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Geopolitics

Macron's Unpopularity And The Timeless Wisdom Of Machiavelli

After 17 months in power, Emmanuel Macron is touching the depths of unpopularity. He still has ways to bounce back, but should start by re-reading the author of 'The Prince.'

Protest in Strasbourg on Oct. 9
Protest in Strasbourg on Oct. 9
Elsa Freyssenet

PARIS — Even if you haven't read Machiavelli, you probably know the timeless saying proposed by the author of The Prince, that it is "much safer to be feared than loved." But it's worth remembering a less quoted and more nuanced passage in the book, a few pages later: "The best possible fortress is to not be hated by the people, because even if you hold the strongest fortresses, when the people hate you, they will not save you."

Amid last week's theatrical resignation of his Interior Minister Gérard Collomb, French President Emmanuel Macron may have remembered these two kernels of wisdom from the illustrious Florentine (whom he has read and written about extensively). If feared, the so-called "Jupiterian" president will be held in lower esteem by those political actors close to him. If simply beloved, he risks no longer garnering full respect. Right now, he is neither.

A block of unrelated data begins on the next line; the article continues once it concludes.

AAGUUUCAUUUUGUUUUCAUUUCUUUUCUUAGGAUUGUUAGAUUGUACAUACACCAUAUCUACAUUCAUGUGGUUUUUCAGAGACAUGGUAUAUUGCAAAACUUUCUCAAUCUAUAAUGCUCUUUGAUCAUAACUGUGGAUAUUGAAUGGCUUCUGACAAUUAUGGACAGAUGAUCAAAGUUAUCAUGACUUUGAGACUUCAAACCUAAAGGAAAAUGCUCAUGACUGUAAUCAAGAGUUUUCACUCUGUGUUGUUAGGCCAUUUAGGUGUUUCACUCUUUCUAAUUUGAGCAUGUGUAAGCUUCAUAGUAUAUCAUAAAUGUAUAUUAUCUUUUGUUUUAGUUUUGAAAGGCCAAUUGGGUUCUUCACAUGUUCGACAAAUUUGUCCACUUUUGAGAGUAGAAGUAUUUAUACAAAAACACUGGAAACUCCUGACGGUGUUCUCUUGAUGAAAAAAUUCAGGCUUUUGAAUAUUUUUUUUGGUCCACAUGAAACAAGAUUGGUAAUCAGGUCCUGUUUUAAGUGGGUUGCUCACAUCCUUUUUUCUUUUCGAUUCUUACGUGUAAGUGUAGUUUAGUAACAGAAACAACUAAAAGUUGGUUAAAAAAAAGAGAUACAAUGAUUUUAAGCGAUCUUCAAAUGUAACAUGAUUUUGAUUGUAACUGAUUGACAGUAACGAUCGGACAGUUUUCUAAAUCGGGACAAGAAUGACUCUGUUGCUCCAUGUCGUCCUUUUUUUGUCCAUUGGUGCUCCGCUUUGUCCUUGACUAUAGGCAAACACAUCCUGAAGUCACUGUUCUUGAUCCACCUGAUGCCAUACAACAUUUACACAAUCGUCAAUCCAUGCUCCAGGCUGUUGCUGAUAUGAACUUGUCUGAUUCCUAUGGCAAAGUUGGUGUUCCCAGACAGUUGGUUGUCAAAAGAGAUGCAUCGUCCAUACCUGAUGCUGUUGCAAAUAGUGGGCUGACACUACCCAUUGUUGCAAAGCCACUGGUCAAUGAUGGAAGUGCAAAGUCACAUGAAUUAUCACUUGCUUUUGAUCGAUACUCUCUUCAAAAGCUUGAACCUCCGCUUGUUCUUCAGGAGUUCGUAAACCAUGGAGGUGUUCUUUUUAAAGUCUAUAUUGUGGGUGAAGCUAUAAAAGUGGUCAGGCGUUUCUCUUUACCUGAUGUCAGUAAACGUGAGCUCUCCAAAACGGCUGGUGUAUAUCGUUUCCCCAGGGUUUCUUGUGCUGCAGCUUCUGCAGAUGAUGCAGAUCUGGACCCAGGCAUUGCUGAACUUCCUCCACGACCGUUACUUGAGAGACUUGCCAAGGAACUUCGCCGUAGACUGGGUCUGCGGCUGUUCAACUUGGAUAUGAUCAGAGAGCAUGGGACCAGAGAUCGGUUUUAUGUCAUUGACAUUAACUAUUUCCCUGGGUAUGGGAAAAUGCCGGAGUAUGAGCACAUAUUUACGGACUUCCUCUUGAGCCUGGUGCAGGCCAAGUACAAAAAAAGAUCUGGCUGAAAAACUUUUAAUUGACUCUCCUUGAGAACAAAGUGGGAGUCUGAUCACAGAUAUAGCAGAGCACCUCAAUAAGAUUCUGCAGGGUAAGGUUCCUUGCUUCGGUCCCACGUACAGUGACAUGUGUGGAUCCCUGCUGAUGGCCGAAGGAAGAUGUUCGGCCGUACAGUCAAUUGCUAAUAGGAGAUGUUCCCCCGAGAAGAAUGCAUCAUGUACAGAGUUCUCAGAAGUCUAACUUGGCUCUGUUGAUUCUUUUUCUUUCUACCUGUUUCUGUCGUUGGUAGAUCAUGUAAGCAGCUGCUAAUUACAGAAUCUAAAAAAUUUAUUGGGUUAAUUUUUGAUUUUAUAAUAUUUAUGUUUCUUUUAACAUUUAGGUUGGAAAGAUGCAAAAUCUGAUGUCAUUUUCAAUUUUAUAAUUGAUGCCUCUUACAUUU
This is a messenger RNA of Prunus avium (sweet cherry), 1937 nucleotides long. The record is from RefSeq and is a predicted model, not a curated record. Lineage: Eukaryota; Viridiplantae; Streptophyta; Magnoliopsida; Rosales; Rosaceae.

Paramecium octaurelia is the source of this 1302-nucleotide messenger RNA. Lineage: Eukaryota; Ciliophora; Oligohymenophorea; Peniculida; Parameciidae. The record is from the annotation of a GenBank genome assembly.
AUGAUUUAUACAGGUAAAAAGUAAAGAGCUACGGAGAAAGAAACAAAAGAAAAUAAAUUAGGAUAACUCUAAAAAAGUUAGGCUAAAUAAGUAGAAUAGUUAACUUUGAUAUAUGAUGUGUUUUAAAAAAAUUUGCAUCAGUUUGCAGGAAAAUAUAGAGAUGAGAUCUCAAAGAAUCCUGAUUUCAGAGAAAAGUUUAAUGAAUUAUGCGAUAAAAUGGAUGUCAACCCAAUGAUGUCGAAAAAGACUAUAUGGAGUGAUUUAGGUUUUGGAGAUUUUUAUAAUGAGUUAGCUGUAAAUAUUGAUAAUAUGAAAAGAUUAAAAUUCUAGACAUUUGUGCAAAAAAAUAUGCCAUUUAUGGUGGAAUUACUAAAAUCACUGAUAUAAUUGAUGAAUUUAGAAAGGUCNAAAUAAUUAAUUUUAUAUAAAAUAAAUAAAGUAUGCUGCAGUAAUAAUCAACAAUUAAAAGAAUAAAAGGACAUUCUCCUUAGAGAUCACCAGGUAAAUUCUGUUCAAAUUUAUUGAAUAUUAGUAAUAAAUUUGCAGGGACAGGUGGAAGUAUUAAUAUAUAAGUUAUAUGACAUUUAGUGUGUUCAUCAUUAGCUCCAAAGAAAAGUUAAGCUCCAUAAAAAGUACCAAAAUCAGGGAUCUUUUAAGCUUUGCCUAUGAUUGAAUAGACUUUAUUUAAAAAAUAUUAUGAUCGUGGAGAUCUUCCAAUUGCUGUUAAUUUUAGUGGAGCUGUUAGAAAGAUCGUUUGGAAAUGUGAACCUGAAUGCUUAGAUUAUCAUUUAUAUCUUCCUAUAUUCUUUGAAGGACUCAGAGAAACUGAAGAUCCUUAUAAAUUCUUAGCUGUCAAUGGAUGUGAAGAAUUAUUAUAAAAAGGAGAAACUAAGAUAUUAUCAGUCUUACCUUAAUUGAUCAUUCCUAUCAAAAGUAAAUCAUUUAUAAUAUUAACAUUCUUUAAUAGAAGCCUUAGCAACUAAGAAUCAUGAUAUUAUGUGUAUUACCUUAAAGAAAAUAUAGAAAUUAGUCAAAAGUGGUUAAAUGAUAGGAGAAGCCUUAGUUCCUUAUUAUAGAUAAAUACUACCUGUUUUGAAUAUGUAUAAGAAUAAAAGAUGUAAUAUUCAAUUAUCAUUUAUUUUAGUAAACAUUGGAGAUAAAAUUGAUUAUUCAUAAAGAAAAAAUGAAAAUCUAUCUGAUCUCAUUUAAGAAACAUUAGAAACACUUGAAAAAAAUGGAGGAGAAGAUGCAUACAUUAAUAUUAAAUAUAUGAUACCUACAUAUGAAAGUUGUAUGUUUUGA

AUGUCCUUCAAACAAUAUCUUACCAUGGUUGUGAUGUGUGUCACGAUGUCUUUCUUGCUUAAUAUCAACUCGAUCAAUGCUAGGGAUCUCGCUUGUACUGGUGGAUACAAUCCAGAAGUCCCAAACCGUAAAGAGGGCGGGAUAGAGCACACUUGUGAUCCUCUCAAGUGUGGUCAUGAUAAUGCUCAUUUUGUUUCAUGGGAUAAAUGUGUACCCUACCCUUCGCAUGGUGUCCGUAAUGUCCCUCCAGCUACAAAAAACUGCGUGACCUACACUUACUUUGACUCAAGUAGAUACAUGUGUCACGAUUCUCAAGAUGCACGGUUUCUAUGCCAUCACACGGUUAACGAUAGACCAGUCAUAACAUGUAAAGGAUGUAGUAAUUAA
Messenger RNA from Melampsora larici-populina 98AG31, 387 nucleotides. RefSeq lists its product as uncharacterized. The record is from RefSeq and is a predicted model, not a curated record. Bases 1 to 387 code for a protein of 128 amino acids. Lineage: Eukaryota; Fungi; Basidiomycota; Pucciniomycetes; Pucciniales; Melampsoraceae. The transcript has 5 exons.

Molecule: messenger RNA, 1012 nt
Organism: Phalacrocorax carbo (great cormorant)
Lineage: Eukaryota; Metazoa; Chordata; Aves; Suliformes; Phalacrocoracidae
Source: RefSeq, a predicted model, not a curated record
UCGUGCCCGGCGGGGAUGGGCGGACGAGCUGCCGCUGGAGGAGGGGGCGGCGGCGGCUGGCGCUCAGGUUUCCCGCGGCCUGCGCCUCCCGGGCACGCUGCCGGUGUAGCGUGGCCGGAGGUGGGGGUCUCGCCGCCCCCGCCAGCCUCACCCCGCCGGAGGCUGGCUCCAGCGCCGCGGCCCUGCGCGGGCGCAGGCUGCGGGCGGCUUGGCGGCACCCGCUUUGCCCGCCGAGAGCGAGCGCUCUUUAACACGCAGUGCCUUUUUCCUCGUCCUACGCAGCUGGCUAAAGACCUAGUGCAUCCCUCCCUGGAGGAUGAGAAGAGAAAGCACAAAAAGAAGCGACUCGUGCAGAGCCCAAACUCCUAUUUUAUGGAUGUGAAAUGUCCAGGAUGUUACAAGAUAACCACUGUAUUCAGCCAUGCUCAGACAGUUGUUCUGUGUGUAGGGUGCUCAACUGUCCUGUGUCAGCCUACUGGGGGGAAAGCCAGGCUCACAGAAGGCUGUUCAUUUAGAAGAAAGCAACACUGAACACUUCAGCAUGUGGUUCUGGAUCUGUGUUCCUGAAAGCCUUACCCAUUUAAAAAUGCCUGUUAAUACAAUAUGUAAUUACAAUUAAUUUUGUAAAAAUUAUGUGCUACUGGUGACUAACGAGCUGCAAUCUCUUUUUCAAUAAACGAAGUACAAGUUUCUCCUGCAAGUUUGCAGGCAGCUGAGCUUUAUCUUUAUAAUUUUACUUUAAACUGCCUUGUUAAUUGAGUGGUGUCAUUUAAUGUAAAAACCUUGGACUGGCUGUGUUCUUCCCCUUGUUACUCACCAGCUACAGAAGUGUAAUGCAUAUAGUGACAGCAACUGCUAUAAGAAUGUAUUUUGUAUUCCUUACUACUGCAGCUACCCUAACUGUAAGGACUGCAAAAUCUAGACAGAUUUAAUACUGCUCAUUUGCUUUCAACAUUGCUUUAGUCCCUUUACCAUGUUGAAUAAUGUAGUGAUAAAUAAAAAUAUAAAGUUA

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Society

End Of Roe v. Wade, The World Is Watching

As the Supreme Court decides to overturn the 1973 decision that guaranteed abortion rights, many fear an imminent threat to abortion rights in the U.S. But in other countries, the global fight for sexual and reproductive rights is going in different directions.

"Don't abort my right" At 2019 pro-choice march In Toulouse, France.

Alain Pitton/NurPhoto via ZUMA
Hannah Steinkopf-Frank and Sophia Constantino

PARIS — Nearly 50 years after it ensured the right to abortion to Americans, the United States Supreme Court overturned the Roe v. Wade case, meaning that millions of women in the U.S. may lose their constitutional right to abortion.

The groundbreaking decision is likely to set off a range of restrictions on abortion access in multiple states in the U.S., half of which are expected to implement new bans on the procedure. Thirteen have already passed "trigger laws" that will automatically make abortion illegal.

U.S. President Joe Biden called the ruling "a tragic error" and urged individual states to enact laws to allow the procedure.

In a country divided on such a polarizing topic, the decision is likely to cause major shifts in American law and undoubtedly spark outrage among the country’s pro-choice groups. Yet the impact of such a momentous shift, like others in the United States, is also likely to reverberate around the world — and perhaps, eventually, back again in the 50 States.

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